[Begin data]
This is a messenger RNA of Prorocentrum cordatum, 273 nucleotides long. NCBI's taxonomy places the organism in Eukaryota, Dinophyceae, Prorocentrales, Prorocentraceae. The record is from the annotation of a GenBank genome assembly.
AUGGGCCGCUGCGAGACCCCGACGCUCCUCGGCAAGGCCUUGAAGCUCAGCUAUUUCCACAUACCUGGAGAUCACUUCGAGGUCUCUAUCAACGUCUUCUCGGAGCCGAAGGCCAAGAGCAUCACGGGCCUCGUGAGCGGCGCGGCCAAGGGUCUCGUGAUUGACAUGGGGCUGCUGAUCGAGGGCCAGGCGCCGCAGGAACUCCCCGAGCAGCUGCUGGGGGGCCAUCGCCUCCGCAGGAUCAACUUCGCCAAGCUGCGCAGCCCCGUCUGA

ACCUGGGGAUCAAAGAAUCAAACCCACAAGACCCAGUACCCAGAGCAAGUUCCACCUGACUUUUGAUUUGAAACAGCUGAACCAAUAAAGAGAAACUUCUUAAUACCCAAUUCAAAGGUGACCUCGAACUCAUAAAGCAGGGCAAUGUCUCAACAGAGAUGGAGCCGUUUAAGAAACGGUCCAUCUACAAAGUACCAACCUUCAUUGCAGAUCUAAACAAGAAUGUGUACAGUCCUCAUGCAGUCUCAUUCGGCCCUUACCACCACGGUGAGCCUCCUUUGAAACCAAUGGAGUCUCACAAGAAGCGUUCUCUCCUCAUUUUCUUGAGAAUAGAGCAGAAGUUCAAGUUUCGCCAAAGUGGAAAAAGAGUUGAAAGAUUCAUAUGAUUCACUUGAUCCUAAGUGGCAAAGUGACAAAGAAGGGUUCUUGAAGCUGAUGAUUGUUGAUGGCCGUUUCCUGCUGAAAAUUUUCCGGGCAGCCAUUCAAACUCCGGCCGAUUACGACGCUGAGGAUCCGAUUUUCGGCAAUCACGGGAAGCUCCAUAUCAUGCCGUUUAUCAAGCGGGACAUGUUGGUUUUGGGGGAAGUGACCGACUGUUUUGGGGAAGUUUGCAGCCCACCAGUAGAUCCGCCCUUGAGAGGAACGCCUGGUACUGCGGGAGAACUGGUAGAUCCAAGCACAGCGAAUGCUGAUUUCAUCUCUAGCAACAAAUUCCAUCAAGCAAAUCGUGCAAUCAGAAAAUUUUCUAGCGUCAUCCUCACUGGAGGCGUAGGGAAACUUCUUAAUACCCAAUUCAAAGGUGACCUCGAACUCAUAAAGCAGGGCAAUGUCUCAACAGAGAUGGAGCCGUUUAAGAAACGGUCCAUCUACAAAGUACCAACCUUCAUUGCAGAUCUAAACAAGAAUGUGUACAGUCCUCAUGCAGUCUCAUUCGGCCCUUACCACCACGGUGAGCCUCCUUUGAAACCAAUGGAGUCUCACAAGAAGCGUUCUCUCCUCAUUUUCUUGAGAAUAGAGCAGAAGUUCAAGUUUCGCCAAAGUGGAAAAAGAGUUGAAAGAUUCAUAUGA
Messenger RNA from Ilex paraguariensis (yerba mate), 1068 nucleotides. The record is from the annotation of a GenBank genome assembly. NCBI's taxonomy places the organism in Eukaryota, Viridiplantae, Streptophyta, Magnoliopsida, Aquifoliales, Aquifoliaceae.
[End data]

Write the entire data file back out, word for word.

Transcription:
This is a messenger RNA of Prorocentrum cordatum, 273 nucleotides long. NCBI's taxonomy places the organism in Eukaryota, Dinophyceae, Prorocentrales, Prorocentraceae. The record is from the annotation of a GenBank genome assembly.
AUGGGCCGCUGCGAGACCCCGACGCUCCUCGGCAAGGCCUUGAAGCUCAGCUAUUUCCACAUACCUGGAGAUCACUUCGAGGUCUCUAUCAACGUCUUCUCGGAGCCGAAGGCCAAGAGCAUCACGGGCCUCGUGAGCGGCGCGGCCAAGGGUCUCGUGAUUGACAUGGGGCUGCUGAUCGAGGGCCAGGCGCCGCAGGAACUCCCCGAGCAGCUGCUGGGGGGCCAUCGCCUCCGCAGGAUCAACUUCGCCAAGCUGCGCAGCCCCGUCUGA

ACCUGGGGAUCAAAGAAUCAAACCCACAAGACCCAGUACCCAGAGCAAGUUCCACCUGACUUUUGAUUUGAAACAGCUGAACCAAUAAAGAGAAACUUCUUAAUACCCAAUUCAAAGGUGACCUCGAACUCAUAAAGCAGGGCAAUGUCUCAACAGAGAUGGAGCCGUUUAAGAAACGGUCCAUCUACAAAGUACCAACCUUCAUUGCAGAUCUAAACAAGAAUGUGUACAGUCCUCAUGCAGUCUCAUUCGGCCCUUACCACCACGGUGAGCCUCCUUUGAAACCAAUGGAGUCUCACAAGAAGCGUUCUCUCCUCAUUUUCUUGAGAAUAGAGCAGAAGUUCAAGUUUCGCCAAAGUGGAAAAAGAGUUGAAAGAUUCAUAUGAUUCACUUGAUCCUAAGUGGCAAAGUGACAAAGAAGGGUUCUUGAAGCUGAUGAUUGUUGAUGGCCGUUUCCUGCUGAAAAUUUUCCGGGCAGCCAUUCAAACUCCGGCCGAUUACGACGCUGAGGAUCCGAUUUUCGGCAAUCACGGGAAGCUCCAUAUCAUGCCGUUUAUCAAGCGGGACAUGUUGGUUUUGGGGGAAGUGACCGACUGUUUUGGGGAAGUUUGCAGCCCACCAGUAGAUCCGCCCUUGAGAGGAACGCCUGGUACUGCGGGAGAACUGGUAGAUCCAAGCACAGCGAAUGCUGAUUUCAUCUCUAGCAACAAAUUCCAUCAAGCAAAUCGUGCAAUCAGAAAAUUUUCUAGCGUCAUCCUCACUGGAGGCGUAGGGAAACUUCUUAAUACCCAAUUCAAAGGUGACCUCGAACUCAUAAAGCAGGGCAAUGUCUCAACAGAGAUGGAGCCGUUUAAGAAACGGUCCAUCUACAAAGUACCAACCUUCAUUGCAGAUCUAAACAAGAAUGUGUACAGUCCUCAUGCAGUCUCAUUCGGCCCUUACCACCACGGUGAGCCUCCUUUGAAACCAAUGGAGUCUCACAAGAAGCGUUCUCUCCUCAUUUUCUUGAGAAUAGAGCAGAAGUUCAAGUUUCGCCAAAGUGGAAAAAGAGUUGAAAGAUUCAUAUGA
Messenger RNA from Ilex paraguariensis (yerba mate), 1068 nucleotides. The record is from the annotation of a GenBank genome assembly. NCBI's taxonomy places the organism in Eukaryota, Viridiplantae, Streptophyta, Magnoliopsida, Aquifoliales, Aquifoliaceae.